ON ONE DAY in 2013, 467 women and 229 children – over 700 people – were receiving accommodation and support from a domestic violence service in Ireland, according to the 2013 SAFE Ireland One-Day Census.
The numbers, which SAFE Ireland CEO Sharon O’Halloran said were in reality “the tip of the iceberg” were taken over a 24-hour period on Tuesday, November 5, last year.
O’Halloran said that if there was anything that distinguished that day it was that “it was a quiet one for most of the 37 domestic violence services participating in the census”.
Of the total, 115 women and 155 children were accommodated in refuge and a further 16 women could not be admitted to a refuge because there was not enough space.
Over the 24 hours, 109 helpline calls – nearly five calls every hour – were answered by domestic violence services throughout the country.
Twenty-four of those women were pregnant and the majority of those – 305 – were aged between 26 and 45.
However, 64 were young women under 25 and 17 women were over 56, including seven who were over the age of 65.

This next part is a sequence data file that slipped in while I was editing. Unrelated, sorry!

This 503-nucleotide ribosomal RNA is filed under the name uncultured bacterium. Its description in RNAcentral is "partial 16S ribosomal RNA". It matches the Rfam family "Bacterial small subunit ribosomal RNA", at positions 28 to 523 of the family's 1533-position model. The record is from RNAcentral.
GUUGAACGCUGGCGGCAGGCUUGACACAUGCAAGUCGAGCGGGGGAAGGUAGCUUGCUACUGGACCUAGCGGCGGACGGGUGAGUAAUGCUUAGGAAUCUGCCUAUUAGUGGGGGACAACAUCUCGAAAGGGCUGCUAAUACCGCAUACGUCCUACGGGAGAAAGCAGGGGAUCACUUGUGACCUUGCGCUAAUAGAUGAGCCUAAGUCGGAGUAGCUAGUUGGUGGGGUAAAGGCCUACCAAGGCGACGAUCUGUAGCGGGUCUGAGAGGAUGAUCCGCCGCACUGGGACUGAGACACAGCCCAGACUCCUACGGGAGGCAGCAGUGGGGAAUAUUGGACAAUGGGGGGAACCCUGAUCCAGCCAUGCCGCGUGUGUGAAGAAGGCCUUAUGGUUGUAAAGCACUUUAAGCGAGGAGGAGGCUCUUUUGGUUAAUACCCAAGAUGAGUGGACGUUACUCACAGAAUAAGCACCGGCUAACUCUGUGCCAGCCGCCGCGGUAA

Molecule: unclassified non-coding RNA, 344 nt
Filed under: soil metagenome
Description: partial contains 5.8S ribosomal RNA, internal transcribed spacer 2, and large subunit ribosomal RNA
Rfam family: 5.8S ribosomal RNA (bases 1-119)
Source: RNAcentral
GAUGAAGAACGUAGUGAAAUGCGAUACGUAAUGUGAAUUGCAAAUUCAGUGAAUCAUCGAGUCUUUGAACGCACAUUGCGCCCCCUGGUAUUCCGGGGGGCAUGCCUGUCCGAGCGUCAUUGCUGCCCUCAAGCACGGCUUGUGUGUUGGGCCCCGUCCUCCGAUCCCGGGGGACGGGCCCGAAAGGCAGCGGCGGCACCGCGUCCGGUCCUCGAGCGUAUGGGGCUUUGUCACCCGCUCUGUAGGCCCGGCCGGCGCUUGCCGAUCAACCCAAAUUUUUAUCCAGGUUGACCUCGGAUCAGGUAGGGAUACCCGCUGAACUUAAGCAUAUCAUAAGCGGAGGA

Sharon O’Halloran also stressed that on this one day, nearly 700 people were homeless or were at risk of homelessness because their own homes were not safe places to be.
Victims of domestic violence are not explicitly recognized in Irish housing legislation or provision, as they are in other jurisdictions.
“The reality is that women and children are made homeless by domestic violence.” she said.
“They are a unique group within the homeless population because they are fleeing crimes. We are calling on the Government to amend and develop housing legislation and to expand the definition of homelessness to include victims of domestic violence so that they can be catered for quickly.”
SAFE Ireland is holding a photocall this afternoon in Temple Bar Square at 1.15pm and are hoping for 467 women to show up.